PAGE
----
Homebuilder: Building Your Own

Last edited: 29 March 2021, 11:17am

Words & Images: Dave Edmunds

There is a belief, which I share, that it is necessary for a homebuilder to build at least two aircraft.

You build the first one to learn how to build an aircraft and then knowing that, you build another.

If you approach homebuilding from this point of view, it determines to some extent what you choose for your first attempt.

Before going any further, it is important to point out that homebuilding is unlikely to save you any money. If you wish to home build, do it because you want the challenge or experience.

I have done some work in fiberglass and built an aluminium aircraft but have no experience at all in wood, except for building a deck out of Merbau, which I don’t think counts. Steel frame and fabric is also a surprisingly good option.

I love the finish you can get from fiberglass and composites, but hate working with it. I find the sanding interminable and the dust irritating. You don’t have to sand aluminium nor do you have to wait for it to cure.

Your next decision is whether to build from plans or a kit. My strong advice for your first build is to go for a partial kit at least. There is little saving for the inexperienced builder in buying your own bits and pieces and it takes a vast amount of time to source material. The postage cost for parts imported from the US is also a surprising impost. You also have to add in the not insignificant amount of time and money required to build jigs. Most kits now come with matched-hole drilled components. This means if you assemble things carefully the components will automatically align and probably more accurately than you can do otherwise.

Scratch building is attractive, because it allows you to spend as you need to and as your finances allow, but it is not usually enough to compensate for all the other pitfalls and costs.

Tools are another issue. Both timber and aluminium aircraft building from scratch require large expensive tools. For aluminium, you will need a bending brake and guillotine, both ideally with a 2.5 metre capacity. These require a lot of space. I did hand cut a lot of aluminium, but it does show. There is some bending you can do without a bending brake, but it is tricky and far from optimal. I used a fabrication shop for some bending and cutting jobs, but this was not their core business and they did it more as a favour to me.

You only require a few hundred dollars’ worth of tools to build an aircraft from an aluminium kit. Typically, you will need a drill, riveter, files, shears, measures and clecos.

Wiring will require a few cheap electrical fabrication tools. Other more elaborate tools will help a bit but are not really essential. I am a great believer in compressed air pop riveters. You can buy one together with the compressor for under $300, and they make a very satisfying noise.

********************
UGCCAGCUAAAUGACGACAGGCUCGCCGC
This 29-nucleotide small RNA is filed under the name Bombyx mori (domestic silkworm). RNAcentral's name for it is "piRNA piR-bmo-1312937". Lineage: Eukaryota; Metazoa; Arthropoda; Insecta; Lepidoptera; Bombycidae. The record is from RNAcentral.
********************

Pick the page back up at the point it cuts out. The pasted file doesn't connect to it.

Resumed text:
The big question is whether you want to build a two-seat or single-seat aircraft, but the decision may be a bit counterintuitive.

Sonex is a good place to start looking. They have been around for many years and produce a range of aircraft kits in a range of different stages of completion.

The two-seat Sonex airframe kit costs US$16,495 and the one-seat Onex is US$14,495 (What a pity you didn’t buy last year). You will roughly double these costs to get the aircraft into the air.

The problem here is that the resale value of the Onex is way less than the Sonex. There is much more demand for two-seat aircraft. And given that the Onex is basically a scaled down Sonex, the build difficulty is pretty much the same. Both aircraft are designed to use the company’s VW-derived Aeroconversions engine, so the performance of the Onex is better than the Sonex.

For some comparison, have a look at the Rans Coyote. This is a steel-framed fabric-covered aircraft. It is more expensive than the Sonex, but possibly may go together more quickly. I have a soft spot for these, having flown briefly in one belonging to a friend.

I fly a factory-built Jabiru and am very happy with it. If I was attracted to building in composites I would look first to Jabiru.

You are vastly better off if you can build your aircraft at home. It saves travelling time and therefore money. You do not have to duplicate tools you might need at home and you always have the chance to sneak in a couple of hours when the travel time to a workshop elsewhere is not worthwhile. And one more issue. I found it takes considerable concentration to do even simple things right the first time. After a long day at work, perhaps a few bedtime stories and a bit more work, I was not able to do justice to my aircraft building.

I guess this is why so many builders have grey hair. Their thirty-year old children no longer want bedtime stories. However, the time is never right to start building, you really just have to bite the bullet and get going. Buying a kit in sections is one way to do this. Just build the tail, for example, then do more as time and money allow.

In a previous article I suggested any would-be builder go to Oshkosh first. This remains my number one recommendation to any homebuilder.

This article was originally published in SportPilot Issue 43 | March 2015.

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